pages = "1722--1729",
journal = "Journal of Infectious Diseases",
issn = "0022-1899",
publisher = "Oxford University Press",
number = "11",

}

Raghwani, J, Wu, C-H, Ho, CKY, de Jong, M, Molenkamp, R, Schinkel, J, Pybus, OG & Lythgoe, KA 2019, 'High-resolution evolutionary analysis of within-host hepatitis C virus infection' Journal of Infectious Diseases, vol. 219, no. 11, pp. 1722-1729. https://doi.org/10.1093/infdis/jiy747

High-resolution evolutionary analysis of within-host hepatitis C virus infection. / Raghwani, Jayna; Wu, Chieh-Hsi; Ho, Cynthia K. Y.; de Jong, Menno; Molenkamp, Richard; Schinkel, Janke; Pybus, Oliver G.; Lythgoe, Katrina A.

In: Journal of Infectious Diseases, Vol. 219, No. 11, 2019, p. 1722-1729.

Research output: Contribution to journalArticleAcademicpeer-review

TY - JOUR

T1 - High-resolution evolutionary analysis of within-host hepatitis C virus infection

AU - Raghwani, Jayna

AU - Wu, Chieh-Hsi

AU - Ho, Cynthia K. Y.

AU - de Jong, Menno

AU - Molenkamp, Richard

AU - Schinkel, Janke

AU - Pybus, Oliver G.

AU - Lythgoe, Katrina A.

PY - 2019

Y1 - 2019

N2 - Background. Despite recent breakthroughs in treatment of hepatitis C virus (HCV) infection, we have limited understanding of how virus diversity generated within individuals impacts the evolution and spread of HCV variants at the population scale. Addressing this gap is important for identifying the main sources of disease transmission and evaluating the risk of drug-resistance mutations emerging and disseminating in a population. Methods. We have undertaken a high-resolution analysis of HCV within-host evolution from 4 individuals coinfected with human immunodeficiency virus 1 (HIV-1). We used long-read, deep-sequenced data of full-length HCV envelope glycoprotein, longitudinally sampled from acute to chronic HCV infection to investigate the underlying viral population and evolutionary dynamics. Results. We found statistical support for population structure maintaining the within-host HCV genetic diversity in 3 out of 4 individuals. We also report the first population genetic estimate of the within-host recombination rate for HCV (0.28 × 10?7 recombination/site/year), which is considerably lower than that estimated for HIV-1 and the overall nucleotide substitution rate estimated during HCV infection. Conclusions. Our findings indicate that population structure and strong genetic linkage shapes within-host HCV evolutionary dynamics. These results will guide the future investigation of potential HCV drug resistance adaptation during infection, and at the population scale.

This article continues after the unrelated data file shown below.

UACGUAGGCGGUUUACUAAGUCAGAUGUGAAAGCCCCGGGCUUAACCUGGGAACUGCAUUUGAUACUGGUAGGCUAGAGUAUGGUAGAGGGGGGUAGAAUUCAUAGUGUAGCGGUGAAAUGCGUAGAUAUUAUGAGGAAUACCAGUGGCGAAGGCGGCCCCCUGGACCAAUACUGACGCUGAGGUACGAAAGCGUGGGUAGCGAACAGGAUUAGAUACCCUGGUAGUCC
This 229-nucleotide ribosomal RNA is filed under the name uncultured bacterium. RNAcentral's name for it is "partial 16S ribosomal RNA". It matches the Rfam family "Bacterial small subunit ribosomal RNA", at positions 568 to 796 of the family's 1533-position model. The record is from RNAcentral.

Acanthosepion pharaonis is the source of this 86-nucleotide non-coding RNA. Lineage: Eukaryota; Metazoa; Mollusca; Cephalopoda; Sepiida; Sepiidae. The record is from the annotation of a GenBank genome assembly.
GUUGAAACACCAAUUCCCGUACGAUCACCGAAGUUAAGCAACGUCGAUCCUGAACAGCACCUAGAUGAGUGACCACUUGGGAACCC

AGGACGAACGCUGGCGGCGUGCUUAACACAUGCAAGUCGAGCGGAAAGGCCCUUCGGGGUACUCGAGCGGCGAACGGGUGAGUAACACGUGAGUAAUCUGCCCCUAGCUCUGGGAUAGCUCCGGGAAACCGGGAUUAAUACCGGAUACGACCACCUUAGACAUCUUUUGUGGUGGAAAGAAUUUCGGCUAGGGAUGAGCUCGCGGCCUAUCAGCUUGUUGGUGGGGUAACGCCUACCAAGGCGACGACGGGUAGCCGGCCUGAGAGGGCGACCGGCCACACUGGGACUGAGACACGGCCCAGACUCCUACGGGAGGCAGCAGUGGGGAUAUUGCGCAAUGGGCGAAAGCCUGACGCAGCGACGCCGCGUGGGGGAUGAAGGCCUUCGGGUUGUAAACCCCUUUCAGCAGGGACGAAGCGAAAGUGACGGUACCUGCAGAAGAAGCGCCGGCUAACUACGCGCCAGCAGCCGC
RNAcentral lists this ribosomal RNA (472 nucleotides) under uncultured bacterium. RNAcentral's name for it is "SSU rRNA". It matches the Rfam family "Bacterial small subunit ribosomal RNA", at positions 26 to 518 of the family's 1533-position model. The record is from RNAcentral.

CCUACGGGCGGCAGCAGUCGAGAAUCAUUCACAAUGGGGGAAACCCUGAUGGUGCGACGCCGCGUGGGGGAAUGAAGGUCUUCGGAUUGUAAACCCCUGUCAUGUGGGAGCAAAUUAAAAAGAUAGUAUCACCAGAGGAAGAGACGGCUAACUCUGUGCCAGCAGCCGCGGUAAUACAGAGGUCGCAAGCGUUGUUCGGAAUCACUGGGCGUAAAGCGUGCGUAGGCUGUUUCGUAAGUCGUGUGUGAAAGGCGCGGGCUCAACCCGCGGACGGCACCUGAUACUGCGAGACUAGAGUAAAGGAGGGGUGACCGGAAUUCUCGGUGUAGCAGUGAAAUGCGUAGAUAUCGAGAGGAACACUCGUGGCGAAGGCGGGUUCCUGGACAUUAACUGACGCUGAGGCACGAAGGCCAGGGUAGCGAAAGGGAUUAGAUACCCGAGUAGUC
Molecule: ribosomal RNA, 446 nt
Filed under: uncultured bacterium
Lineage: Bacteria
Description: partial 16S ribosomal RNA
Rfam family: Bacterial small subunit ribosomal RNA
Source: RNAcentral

AB - Background. Despite recent breakthroughs in treatment of hepatitis C virus (HCV) infection, we have limited understanding of how virus diversity generated within individuals impacts the evolution and spread of HCV variants at the population scale. Addressing this gap is important for identifying the main sources of disease transmission and evaluating the risk of drug-resistance mutations emerging and disseminating in a population. Methods. We have undertaken a high-resolution analysis of HCV within-host evolution from 4 individuals coinfected with human immunodeficiency virus 1 (HIV-1). We used long-read, deep-sequenced data of full-length HCV envelope glycoprotein, longitudinally sampled from acute to chronic HCV infection to investigate the underlying viral population and evolutionary dynamics. Results. We found statistical support for population structure maintaining the within-host HCV genetic diversity in 3 out of 4 individuals. We also report the first population genetic estimate of the within-host recombination rate for HCV (0.28 × 10?7 recombination/site/year), which is considerably lower than that estimated for HIV-1 and the overall nucleotide substitution rate estimated during HCV infection. Conclusions. Our findings indicate that population structure and strong genetic linkage shapes within-host HCV evolutionary dynamics. These results will guide the future investigation of potential HCV drug resistance adaptation during infection, and at the population scale.

UR - https://www.scopus.com/inward/record.uri?partnerID=HzOxMe3b&scp=85062690334&origin=inward

UR - https://www.ncbi.nlm.nih.gov/pubmed/30602023

U2 - 10.1093/infdis/jiy747

DO - 10.1093/infdis/jiy747

M3 - Article

VL - 219

SP - 1722

EP - 1729

JO - Journal of Infectious Diseases

JF - Journal of Infectious Diseases

SN - 0022-1899

IS - 11

ER -